I brought my horse, Leo, with me to Colorado this year. I needed the company while teaching my six week equine massage class. I enjoy spending evening time with him after a day of teaching. As soon as we arrived at our barn where he would stay in west Loveland, we unloaded Leo and settled him in then we backed our three horse trailer into the slot where the trailers are parked. We put it on the block. It will be there for the duration of my stay.
Often times I will feed Leo his grain by the trailer where I can sit in the shade and share the time with him. A week into our six week stay I noticed a Western Peewee bird fly from the front of my trailer. On closer inspection I discovered the little bird was busy building her nest in the crook of the hitch. I took a closer look at her architectural design and building skills. It is impressive and very functional. Her beautiful little nest of mud, dried grasses, and horse hair sits snugly between two vertical bars above the ball and hitch. I was blessed by her presence but I grew concerned about the hatch and fly timeline – six weeks.
The only way I could see into the nest was with my cell phone camera and I could not help myself. I have a life long love affair with babies of every species … nothing is cuter than nature’s babies. A few days later there were five beautiful little blue speckled eggs arranged neatly in the circular bowl of grasses and hair. How long will it take for them to hatch? I checked every few days with my camera. She would see me come to sit with Leo and I decided I wouldn’t stay to long so that she could get back to her nest. She was nervous when I was around so I made my visits brief. I was counting the days and weeks before I would have to move the trailer for my return trip home to New Mexico.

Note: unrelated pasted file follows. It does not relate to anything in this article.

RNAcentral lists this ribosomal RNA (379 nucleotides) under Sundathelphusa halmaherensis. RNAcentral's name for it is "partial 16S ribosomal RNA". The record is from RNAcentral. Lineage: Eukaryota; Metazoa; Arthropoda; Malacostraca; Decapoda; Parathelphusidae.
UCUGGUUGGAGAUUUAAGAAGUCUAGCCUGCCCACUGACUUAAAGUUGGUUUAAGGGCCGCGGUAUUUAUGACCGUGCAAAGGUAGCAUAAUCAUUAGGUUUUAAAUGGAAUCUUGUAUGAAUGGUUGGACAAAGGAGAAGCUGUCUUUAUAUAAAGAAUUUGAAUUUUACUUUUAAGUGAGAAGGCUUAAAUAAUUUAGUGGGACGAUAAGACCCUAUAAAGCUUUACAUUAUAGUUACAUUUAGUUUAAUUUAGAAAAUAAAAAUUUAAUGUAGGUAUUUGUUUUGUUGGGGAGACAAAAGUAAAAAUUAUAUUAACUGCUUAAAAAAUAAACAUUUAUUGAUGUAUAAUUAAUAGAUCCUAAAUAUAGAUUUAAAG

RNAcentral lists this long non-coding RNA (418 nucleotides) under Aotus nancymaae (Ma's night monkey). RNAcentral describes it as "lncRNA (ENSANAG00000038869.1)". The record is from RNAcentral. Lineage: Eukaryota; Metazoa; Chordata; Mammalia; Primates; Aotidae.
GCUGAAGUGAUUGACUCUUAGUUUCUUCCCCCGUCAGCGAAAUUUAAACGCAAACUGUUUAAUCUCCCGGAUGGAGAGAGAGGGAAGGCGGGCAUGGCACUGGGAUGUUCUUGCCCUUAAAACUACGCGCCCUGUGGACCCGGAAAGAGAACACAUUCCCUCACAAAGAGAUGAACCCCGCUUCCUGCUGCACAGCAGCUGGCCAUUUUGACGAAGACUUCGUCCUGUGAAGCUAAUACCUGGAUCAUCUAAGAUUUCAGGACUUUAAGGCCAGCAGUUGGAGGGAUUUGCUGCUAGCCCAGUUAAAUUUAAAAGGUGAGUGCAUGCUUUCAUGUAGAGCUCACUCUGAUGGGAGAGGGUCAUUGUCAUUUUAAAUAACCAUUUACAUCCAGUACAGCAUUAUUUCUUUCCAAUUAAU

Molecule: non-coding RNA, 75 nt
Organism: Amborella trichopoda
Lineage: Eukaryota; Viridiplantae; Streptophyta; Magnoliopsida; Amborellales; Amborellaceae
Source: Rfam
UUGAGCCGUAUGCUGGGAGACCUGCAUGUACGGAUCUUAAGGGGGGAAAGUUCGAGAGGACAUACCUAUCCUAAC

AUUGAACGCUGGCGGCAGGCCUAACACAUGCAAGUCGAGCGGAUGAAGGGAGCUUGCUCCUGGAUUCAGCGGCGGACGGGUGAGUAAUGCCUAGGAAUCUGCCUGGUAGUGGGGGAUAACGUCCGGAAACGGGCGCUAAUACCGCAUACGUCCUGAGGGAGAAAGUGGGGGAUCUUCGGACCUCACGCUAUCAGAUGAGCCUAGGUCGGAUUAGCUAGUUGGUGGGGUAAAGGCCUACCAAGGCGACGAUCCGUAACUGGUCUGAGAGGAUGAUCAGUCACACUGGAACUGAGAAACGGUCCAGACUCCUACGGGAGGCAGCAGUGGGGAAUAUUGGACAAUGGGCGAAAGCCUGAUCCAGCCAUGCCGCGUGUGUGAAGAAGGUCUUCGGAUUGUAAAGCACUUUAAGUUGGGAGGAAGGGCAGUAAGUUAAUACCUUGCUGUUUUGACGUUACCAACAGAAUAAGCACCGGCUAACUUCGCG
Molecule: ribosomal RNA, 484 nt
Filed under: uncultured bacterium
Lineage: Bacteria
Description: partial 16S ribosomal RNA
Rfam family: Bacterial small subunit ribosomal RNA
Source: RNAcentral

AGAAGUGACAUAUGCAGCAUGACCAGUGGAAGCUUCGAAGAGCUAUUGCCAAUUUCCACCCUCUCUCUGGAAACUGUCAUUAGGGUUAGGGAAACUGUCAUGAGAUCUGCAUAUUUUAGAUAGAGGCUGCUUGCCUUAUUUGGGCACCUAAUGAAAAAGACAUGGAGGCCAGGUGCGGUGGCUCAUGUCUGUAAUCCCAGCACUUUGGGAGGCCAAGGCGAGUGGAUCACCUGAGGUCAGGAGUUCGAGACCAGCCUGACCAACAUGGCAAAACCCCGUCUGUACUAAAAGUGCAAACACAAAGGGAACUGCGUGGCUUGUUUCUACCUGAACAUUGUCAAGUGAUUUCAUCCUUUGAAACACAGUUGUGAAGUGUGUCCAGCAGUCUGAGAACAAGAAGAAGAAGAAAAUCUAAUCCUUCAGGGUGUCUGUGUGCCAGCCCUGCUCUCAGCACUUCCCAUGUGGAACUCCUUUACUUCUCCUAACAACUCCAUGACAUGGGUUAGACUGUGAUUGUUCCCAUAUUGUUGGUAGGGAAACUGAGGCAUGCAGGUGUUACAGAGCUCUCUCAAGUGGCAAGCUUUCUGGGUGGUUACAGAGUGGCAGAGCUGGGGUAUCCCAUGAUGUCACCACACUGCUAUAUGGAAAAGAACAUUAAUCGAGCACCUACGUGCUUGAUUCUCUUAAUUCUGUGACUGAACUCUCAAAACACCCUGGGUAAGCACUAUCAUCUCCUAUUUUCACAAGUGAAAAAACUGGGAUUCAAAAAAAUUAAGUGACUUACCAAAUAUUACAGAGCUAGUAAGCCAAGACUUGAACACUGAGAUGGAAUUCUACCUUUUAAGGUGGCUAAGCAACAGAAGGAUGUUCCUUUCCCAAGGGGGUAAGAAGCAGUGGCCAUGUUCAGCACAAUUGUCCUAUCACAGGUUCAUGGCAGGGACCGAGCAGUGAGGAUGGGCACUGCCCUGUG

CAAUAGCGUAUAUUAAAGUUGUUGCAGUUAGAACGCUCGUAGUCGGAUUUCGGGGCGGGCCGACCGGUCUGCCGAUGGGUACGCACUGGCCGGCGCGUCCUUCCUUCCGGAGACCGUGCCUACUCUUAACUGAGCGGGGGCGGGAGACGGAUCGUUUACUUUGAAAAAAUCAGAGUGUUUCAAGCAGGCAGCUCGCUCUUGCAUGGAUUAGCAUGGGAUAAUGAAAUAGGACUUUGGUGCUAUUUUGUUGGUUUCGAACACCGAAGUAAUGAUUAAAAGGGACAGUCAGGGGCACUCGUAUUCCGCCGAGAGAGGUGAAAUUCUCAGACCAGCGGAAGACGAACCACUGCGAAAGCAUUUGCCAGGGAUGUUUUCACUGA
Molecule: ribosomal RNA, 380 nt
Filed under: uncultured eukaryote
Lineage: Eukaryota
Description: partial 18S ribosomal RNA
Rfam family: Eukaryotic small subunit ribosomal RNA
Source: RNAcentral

About a week ago when I took another picture the eggs had hatched and the little naked birds with their yellow lined prominent beaks were snuggled in close together. Now when the momma bird watches me I see bugs and worms dangling from her beak anxious to feed her babes. I keep my visits brief.
I am still counting the days and hope that they fly before I have to hitch to the truck for Leo and I to return home. The last thing I want to do is endanger a precious nest of baby birds. It is a time in our ecological history that all life needs serious protection for their survival and ultimately our own. Every day I watch, every day I hope they grow fast and become ready to fly the nest. Strange, I have become attached to the little feathered family that chirp so sweetly.
Note: They flew a few days before I had to hitch to the truck. All five babies sat on the horse fence near by and watched they home and nest leave the ranch. I have the nest tucked neatly away in my tack room. A reminder of a time spent with birds and horses.